A close up portrait of a Plover shorebird, the Killdeer – Charadrius vociferus

Hood Canal area of the Puget Sound in Washington state

The Killdeer approached so close to me that I was unable to fit the small bird in the frame completely. This was great, because it afforded me the opportunity to do minimal cropping and come up with a beautiful close up portrait.

Canon 7D Mk II  |  Canon 500mm F4 IS II + 1.4x  |  f/7.1  |  1/800s  |  ISO 1250  |  Manual

Conclusion and Recommendations

This was an extremely enjoyable trip, with a lot of awesome wildlife, fun experiences, good lessons, and some images which I’m very happy with. I’m also pleased with how the weather turned out, given the grim forecast in the days leading up to the trip. This was the second year in a row that I’ve hit Hood Canal for eagles, and it will definitely not be the last.

Lessons this trip can teach

  • Weather and other factors may be deceiving at first. Sometimes you need to take a gamble – it won’t always work out, but when it does, you’ll be thankful you chanced it.
  • Sometimes it’s not over till it’s over. Give 110% effort and patience, and you never know what might happen.
  • Don’t always follow what other photographers are doing. Think for yourself and trust your instincts.
  • For wildlife photography, always be prepared for anything, at any moment
  • Keep an extra battery and memory card easily and quickly accessible, to minimize the time spent looking away from the subject and making the swap.

Key Skills For Photographing Birds In Flight (and some tips)

I recommend that you first develop your bird in flight skills on common and easy subjects, such as herons and seagulls. Make sure you have these skills nailed down, especially prior to going on a critical shoot or trip, and whenever you get new equipment.

Spotting a fast moving subject through the viewfinder

  • This is especially challenging when working with long focal lengths, which have a narrow field of view, and are more difficult to physically handle than small lenses.
  • Begin moving the lens in the same direction as the subject is moving, and at the same time, peek through the viewfinder. Keep moving the lens. If you don’t spot the subject, peek over the lens barrel and try to aim again, then peek through the viewfinder. Remember to always keep moving the lens. With practice, you’ll be able to quickly spot a moving subject.
  • After spotting, move to panning (below).

Panning with a moving subject

  • Practice panning, handheld, as well as on tripod (preferably with a gimbal head such as a Wimberley). Try to pan smoothly, at the same speed and direction as the subject.
  • While panning, begin focusing, and when focus is acquired, press the shutter as desired.

Using proper settings for gear and exposure

  • I only use, and recommend, Manual mode. Be sure to expose for the highlights, such as white feathers.
  • Use a fast shutter speed (at least 1/2000s, faster is better), adequate f-stop (depends on subject size, distance, and focal length being used), and continuous autofocus (AI Servo on a Canon DSLR)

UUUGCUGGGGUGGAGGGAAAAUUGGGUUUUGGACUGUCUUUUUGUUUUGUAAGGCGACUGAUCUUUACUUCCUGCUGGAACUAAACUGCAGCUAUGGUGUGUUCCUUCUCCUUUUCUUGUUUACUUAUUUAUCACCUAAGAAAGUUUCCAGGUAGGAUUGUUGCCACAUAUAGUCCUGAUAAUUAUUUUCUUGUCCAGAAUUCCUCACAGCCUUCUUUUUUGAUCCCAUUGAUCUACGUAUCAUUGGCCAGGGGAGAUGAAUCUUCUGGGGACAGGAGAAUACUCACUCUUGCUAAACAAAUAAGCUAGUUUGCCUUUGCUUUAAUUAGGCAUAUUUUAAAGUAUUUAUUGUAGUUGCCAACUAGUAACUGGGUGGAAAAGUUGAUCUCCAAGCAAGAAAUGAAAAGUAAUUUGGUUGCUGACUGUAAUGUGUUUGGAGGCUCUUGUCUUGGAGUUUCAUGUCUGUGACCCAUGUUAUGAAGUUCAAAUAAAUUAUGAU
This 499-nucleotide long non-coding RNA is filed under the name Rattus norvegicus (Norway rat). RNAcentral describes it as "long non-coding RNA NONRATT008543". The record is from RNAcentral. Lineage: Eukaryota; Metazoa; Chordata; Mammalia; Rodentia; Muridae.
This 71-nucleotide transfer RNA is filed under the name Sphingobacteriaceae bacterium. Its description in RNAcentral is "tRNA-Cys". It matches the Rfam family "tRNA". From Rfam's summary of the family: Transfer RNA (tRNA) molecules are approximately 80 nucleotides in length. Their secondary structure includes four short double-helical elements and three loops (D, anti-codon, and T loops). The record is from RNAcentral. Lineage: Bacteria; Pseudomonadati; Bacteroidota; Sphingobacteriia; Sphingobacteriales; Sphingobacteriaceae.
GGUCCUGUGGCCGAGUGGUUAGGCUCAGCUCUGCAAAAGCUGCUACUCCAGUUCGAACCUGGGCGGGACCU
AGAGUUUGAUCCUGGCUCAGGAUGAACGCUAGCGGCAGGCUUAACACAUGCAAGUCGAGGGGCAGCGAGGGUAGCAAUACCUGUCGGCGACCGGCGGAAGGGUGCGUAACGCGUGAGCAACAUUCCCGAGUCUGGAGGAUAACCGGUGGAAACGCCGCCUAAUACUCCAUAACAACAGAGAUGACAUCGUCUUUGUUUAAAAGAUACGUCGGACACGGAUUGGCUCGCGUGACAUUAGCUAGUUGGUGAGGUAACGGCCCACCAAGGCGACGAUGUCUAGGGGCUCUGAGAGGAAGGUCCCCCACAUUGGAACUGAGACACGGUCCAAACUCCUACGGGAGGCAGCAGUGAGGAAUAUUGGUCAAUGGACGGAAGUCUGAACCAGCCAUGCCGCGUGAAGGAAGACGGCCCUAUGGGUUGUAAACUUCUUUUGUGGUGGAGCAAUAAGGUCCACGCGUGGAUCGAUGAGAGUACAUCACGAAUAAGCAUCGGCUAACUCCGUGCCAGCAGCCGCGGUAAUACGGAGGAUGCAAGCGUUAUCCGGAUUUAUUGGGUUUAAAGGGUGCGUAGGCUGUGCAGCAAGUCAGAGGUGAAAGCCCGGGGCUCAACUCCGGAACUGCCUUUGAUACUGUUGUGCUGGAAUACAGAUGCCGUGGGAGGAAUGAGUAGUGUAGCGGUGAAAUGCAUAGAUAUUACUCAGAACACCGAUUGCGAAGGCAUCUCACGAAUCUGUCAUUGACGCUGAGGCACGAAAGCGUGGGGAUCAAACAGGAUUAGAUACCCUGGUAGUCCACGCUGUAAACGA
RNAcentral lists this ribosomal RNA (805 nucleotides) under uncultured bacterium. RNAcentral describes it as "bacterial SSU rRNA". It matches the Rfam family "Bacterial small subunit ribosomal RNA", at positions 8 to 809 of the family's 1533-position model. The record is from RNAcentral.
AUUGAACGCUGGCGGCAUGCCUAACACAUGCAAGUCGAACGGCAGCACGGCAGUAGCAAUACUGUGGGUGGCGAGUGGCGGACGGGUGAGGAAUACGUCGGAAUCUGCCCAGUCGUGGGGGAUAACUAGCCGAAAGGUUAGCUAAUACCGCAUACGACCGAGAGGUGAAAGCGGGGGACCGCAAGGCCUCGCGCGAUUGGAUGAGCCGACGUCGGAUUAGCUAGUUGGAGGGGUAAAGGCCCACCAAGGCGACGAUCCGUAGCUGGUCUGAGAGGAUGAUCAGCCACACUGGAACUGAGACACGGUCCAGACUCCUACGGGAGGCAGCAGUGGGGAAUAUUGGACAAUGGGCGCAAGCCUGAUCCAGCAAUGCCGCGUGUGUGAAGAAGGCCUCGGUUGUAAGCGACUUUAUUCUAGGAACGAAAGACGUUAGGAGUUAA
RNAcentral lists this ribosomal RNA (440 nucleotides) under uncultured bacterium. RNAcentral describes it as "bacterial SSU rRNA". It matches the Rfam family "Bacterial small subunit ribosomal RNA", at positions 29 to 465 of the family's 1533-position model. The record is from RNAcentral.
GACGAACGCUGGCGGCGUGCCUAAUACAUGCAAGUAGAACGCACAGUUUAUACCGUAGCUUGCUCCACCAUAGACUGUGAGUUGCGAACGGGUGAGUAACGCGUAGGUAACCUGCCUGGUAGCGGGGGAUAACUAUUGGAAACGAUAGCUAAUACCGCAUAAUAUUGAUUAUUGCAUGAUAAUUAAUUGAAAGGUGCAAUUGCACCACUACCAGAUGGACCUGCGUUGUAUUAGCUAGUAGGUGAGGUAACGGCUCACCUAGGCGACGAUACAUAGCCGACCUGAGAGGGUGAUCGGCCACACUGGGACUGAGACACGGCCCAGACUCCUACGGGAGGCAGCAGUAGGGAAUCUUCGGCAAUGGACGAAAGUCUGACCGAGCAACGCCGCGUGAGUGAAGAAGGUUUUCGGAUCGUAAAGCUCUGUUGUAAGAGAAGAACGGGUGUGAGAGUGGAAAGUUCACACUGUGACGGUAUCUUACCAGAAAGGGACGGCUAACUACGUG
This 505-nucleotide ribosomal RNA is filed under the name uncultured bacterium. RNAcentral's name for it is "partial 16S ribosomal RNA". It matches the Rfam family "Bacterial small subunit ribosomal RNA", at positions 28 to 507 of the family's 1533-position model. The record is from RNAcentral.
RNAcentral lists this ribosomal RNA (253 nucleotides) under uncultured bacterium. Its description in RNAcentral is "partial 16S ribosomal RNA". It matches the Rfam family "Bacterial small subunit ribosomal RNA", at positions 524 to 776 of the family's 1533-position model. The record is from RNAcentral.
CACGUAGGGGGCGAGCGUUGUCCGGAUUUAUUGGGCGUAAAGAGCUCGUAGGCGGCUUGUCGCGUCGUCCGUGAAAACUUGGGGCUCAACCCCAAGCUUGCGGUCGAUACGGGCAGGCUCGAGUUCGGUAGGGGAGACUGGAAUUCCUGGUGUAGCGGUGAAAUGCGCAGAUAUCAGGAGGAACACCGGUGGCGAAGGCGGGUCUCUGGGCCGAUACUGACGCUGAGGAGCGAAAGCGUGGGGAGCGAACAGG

• Use a single AF point so you can be sure the focus will be exactly where you want it (the bird’s eyes)
  • I recommend using Back Button Focus, and focus bumping when needed.
  • High speed drive bursts will give you more wing positions and decisive moments to choose from when processing images

Developing Anticipation

  • Research and understand your subject
  • Observe the subject carefully and patiently
  • Watch flight patterns, body language, feeding, and other behavior
  • Perceive small distinctions, such as specific body language that precedes a particular behavior
  • Based on your knowledge, perceptions, and instincts, you can anticipate decisive moments

A Few Tips For Beach Photography

  • Wear tall rubber boots for walking on tidelands, mud, and sand
  • Wear tough gloves and kneepads to protect yourself from barnacles, oysters, and other sharp objects. I heard of a photographer that fell on an oyster bed, sliced his wrist open, and was urgently rushed to the hospital
  • If available for your tripod model, use specialized foot baskets or cups to reduce sinking in mud
  • Keep a few cotton rags and a large paint brush in your car for cleaning your tripod. If your tripod legs get mud or sand on them, thoroughly clean them off before attempting to collapse them. If you get grit in the leg joints or collars, you could cause serious damage.
  • When appropriate, wear sunblock, a sun hat, and other protective clothing
  • Bring a jacket, even on a sunny day, because beaches can often be windy

Hard Knee Pads

Sturdy Gloves

Tall Rubber Boots

Large Paintbrush

Cotton Rags

All Terrain Tripod Feet

Windbreaker Jacket

Sunblock

Links / References / Appendices

Saltwater Tides Website

Washington State Ferries Website

Bald Eagle Wikipedia Article

Midshipman Fish Wikipedia Article 

Hood Canal Wikipedia Article

Olympic Mountains Panorama

Panorama image of the Olympic Mountains taken from Hood Canal with a telephoto lens.

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By | 2017-08-13T18:01:18+00:00 July 30th, 2016|Categories: Articles, Field Reports, Videos|Tags: , , , , , , |

About the Author:

I'm Matthew Schwartz, the founder of Nature Photography Mastery Academy™ I specialize in fine art nature and wildlife images. I spend much of my time learning new photography skills, techniques, and equipment, as well as developing further mastery of Photoshop. I am a member of the North American Nature Photography Association (NANPA), and several local Meetup Groups. View my photography on flickr